Market Update & Important Indicators
Rallying energy shares pushed U.S. stock indexes toward fresh highs Monday. A recovery in commodity prices, pickup in growth across economies around the world and a weaker dollar have helped major indexes climb this year, investors and analysts say. The S&P 500, Dow Jones Industrial Average and Nasdaq Composite posted records together Friday and were on track to repeat the feat Monday. The Dow industrials rose 0.1%. The S&P 500 added 0.2%, and the Nasdaq Composite was up 0.4%. Energy shares in the S&P 500 jumped and are on track for their biggest one-day gain since July as oil prices rallied. The U.S. gold price traded higher overnight, rebounding 0.9% to finish at 1,281.40 US$/oz.
A pan-European stock benchmark closed slightly higher Monday, while Germany's main gauge pulled back from a record, as a drop for banks and telecoms limited gains and as a political shake-up in Saudi Arabia caused some jitters. A slowdown in services activity weighed on shares in Spain, already battered by the ongoing political crisis over independence for Catalonia. The Stoxx Europe 600 rose 0.1% to 396.59, putting the index nearer to a 52-week closing high reached last Wednesday. Germany's DAX 30 index dipped by 0.1% to end at 13,468.79. On Friday, it finished at a closing high of 13,478.86. France's CAC 40 shed 0.2% to finish at 5,507.25, and Spain's IBEX 35 dropped 0.4% to 10,316.50. The U.K.'s FTSE 100 rose less than 0.1% to end at 7,562.28 for a fresh record close.
In Asia, Hong Kong's Hang Seng Index fell by as much as 1.6% earlier in the session, before reversing losses to close down just 0.02%. Some market participants credited political unrest in Saudi Arabia with sparking short-lived investor jitters in Hong Kong. Comments from China's central bank Governor Zhou Xiaochuan about rising risks to China's financial system reignited worries of a crackdown on leverage on the mainland. Mr. Zhou wrote in an article posted Saturday on the website of the People's Bank of China that the risks of China's financial system were increasing. He described the risks as being "hidden, complex, sudden, contagious and hazardous." Elsewhere, Japan's Nikkei Stock Average reversed early gains, as traders returned after a three-day weekend. The index closed up 0.04%.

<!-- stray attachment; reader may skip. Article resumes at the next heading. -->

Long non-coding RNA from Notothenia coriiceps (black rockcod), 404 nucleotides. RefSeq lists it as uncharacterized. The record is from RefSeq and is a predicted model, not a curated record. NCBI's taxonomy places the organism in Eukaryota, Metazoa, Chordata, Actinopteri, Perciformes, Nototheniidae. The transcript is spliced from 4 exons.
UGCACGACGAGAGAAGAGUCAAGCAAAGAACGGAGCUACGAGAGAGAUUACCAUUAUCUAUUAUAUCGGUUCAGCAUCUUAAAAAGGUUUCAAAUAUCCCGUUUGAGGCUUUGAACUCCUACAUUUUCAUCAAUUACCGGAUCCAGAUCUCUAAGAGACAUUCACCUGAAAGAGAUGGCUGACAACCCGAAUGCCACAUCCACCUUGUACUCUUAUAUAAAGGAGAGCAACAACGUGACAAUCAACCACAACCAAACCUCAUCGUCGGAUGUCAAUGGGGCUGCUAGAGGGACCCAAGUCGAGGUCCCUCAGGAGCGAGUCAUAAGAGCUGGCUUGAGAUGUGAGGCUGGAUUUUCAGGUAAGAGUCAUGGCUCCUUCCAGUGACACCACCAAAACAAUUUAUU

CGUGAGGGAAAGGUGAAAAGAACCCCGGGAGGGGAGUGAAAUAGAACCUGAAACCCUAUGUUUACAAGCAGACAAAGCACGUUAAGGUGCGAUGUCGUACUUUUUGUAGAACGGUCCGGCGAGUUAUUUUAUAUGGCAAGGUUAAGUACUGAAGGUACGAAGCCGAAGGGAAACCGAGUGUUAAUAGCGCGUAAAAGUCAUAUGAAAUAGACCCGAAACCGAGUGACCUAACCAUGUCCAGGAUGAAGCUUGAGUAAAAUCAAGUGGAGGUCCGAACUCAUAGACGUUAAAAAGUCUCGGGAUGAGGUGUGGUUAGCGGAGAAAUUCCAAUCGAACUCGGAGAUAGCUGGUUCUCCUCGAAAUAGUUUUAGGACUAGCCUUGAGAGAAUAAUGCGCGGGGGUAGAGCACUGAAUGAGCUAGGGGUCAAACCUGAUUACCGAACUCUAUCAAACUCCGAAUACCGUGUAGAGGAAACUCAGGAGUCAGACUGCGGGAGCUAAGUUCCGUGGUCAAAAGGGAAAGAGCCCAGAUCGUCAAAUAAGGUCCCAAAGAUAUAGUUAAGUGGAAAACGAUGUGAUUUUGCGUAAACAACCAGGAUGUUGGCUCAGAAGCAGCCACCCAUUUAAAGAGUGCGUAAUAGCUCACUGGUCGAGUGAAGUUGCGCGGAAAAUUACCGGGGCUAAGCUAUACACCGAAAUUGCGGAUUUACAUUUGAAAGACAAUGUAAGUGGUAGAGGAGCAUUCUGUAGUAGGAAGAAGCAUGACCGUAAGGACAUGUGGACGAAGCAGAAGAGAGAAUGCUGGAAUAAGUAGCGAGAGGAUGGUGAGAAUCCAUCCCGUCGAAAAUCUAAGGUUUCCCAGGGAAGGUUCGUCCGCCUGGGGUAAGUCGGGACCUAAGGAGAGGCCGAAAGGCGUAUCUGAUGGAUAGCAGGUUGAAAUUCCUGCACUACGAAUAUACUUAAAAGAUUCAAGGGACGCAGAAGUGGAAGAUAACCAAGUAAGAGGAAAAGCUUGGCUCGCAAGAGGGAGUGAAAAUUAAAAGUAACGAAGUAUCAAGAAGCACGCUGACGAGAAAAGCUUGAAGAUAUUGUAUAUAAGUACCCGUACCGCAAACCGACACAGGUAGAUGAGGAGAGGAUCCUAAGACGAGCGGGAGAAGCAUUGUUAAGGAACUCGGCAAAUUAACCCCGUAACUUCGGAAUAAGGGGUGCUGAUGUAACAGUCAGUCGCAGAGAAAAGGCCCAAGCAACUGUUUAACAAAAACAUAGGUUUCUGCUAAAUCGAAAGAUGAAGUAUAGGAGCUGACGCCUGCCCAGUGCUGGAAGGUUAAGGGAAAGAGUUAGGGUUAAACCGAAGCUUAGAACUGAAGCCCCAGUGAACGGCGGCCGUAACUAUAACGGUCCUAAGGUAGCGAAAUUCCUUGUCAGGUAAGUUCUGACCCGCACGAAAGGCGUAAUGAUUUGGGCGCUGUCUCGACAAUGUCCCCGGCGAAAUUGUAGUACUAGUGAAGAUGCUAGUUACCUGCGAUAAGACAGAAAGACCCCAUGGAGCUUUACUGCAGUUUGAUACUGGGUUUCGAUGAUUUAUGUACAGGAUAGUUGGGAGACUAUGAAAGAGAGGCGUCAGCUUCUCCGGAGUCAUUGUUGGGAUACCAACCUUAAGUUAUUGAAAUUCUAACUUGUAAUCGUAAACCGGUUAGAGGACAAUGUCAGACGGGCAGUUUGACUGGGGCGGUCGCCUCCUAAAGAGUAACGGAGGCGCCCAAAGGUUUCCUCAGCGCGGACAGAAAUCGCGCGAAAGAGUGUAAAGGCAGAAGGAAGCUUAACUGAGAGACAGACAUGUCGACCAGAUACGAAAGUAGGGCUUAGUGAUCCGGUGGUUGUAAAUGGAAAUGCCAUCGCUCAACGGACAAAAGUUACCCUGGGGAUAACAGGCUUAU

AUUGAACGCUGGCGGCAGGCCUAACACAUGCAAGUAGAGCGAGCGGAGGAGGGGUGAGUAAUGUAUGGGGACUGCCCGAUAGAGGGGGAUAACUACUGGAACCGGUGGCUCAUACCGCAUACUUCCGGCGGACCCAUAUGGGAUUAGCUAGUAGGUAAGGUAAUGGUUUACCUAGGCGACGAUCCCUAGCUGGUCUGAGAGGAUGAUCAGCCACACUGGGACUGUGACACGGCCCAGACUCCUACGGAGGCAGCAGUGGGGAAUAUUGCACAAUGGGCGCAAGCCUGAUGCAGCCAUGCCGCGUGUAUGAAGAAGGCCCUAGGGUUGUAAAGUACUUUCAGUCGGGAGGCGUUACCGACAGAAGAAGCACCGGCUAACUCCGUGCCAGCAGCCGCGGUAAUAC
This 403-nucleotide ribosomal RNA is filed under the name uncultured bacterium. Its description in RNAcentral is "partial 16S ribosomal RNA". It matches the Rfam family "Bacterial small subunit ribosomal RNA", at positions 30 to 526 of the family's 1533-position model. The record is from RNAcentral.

Australian shares edged back from 2 1/2-year highs today as Westpac's earnings miss weighed heavily on the market. After a choppy session in which the S&P/ASX 200 moved in just a 21-point range, it settled 0.1% lower at 5953.8. Westpac led the major banks lower with a 2.2% drop, eating into some of its rebound during the last 2 months. Meanwhile, explosives company Orica sank 9.8% following a fairly subdued outlook in its FY report. But energy stocks continued to push higher along with oil prices, with Woodside up 1.3%.
The London Metal Exchange’s 3-month copper contract traded higher overnight, gaining 1.1% to finish at $6,970/t. The other base metals finished mixed. Aluminium prices lost 0.7% to close at 2,151/t, whilst Zinc prices added 0.4% to 3,264/t. Lead prices rose 1.8% to 2,503/t, while Tin prices fell 0.6% to close at 19,567/t. Nickel prices rebounded again, closing 1.5% higher at 12,870/t.
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